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Valse nonchalante op.110 (Camille Saint-Saëns)

Date

1898

Text

Published by Durand in September 1898, the Valse nonchalante was premiered by its composer at the Teatro São Pedro de Alcântara in Rio de Janeiro on 18 June 1899. Saint-Saëns had presented his new composition to Durand in a letter dated 15 June 1898: ‘Gentlemen! I have the honour of announcing the birth of a daughter answering to the name of Valse nonchalante, with five flats in the key signature. It is intended for the ‘Christmas Number’ of Le Figaro illustré and I did not believe I had to request your authorisation to grant this favour to the aforesaid newspaper. Of course, you are perfectly at liberty to publish it at a later date (if I dare so express myself).’ He orchestrated the piece in 1921 for the ballerina Stacia Napierkowska, of Polish descent but born in Paris, whom he found ‘utterly charming’. He had dedicated the piano version to Princess Hélène Bibesco, the Romanian patron of the arts and pianist (and also aunt of the writer Anna de Noailles), who responded to the tribute in these terms: ‘I have been assured that Reyer vowed never to write an article without introducing the name of Berlioz into it. I promise myself, for my personal satisfaction, that I shall never allow myself to be requisitioned as a pianist without permitting the winged rhythm of your delightful waltz to flutter across the keyboard.’ The appealing melody and the surges of sensuality of the Valse nonchalante, written in the style of the valses de café-concertof the period (though more demanding technically), must have been much enjoyed in the salons. Saint-Saëns himself seems to have had a soft spot for the piece, which he recorded in 1904.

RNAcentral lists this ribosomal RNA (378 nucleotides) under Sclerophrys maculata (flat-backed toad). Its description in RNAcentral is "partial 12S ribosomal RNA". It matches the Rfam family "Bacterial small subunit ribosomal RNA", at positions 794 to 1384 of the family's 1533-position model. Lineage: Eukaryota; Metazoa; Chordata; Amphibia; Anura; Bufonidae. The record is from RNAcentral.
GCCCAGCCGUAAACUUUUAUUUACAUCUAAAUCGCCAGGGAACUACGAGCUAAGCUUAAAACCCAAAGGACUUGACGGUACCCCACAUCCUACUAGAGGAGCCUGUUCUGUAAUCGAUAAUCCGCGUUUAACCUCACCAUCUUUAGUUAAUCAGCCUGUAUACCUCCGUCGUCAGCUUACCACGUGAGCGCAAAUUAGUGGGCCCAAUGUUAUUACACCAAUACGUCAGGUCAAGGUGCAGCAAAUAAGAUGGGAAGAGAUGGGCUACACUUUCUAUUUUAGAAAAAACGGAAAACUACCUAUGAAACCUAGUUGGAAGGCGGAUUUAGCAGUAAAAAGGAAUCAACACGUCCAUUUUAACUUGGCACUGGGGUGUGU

Person - 1
  • SAINT-SAËNS, Camille (1835-1921)
  • Themes - 2
  • Piano – La « pièce de genre » pianistique
  • Piano – Le répertoire pour piano à l’orée du XXe siècle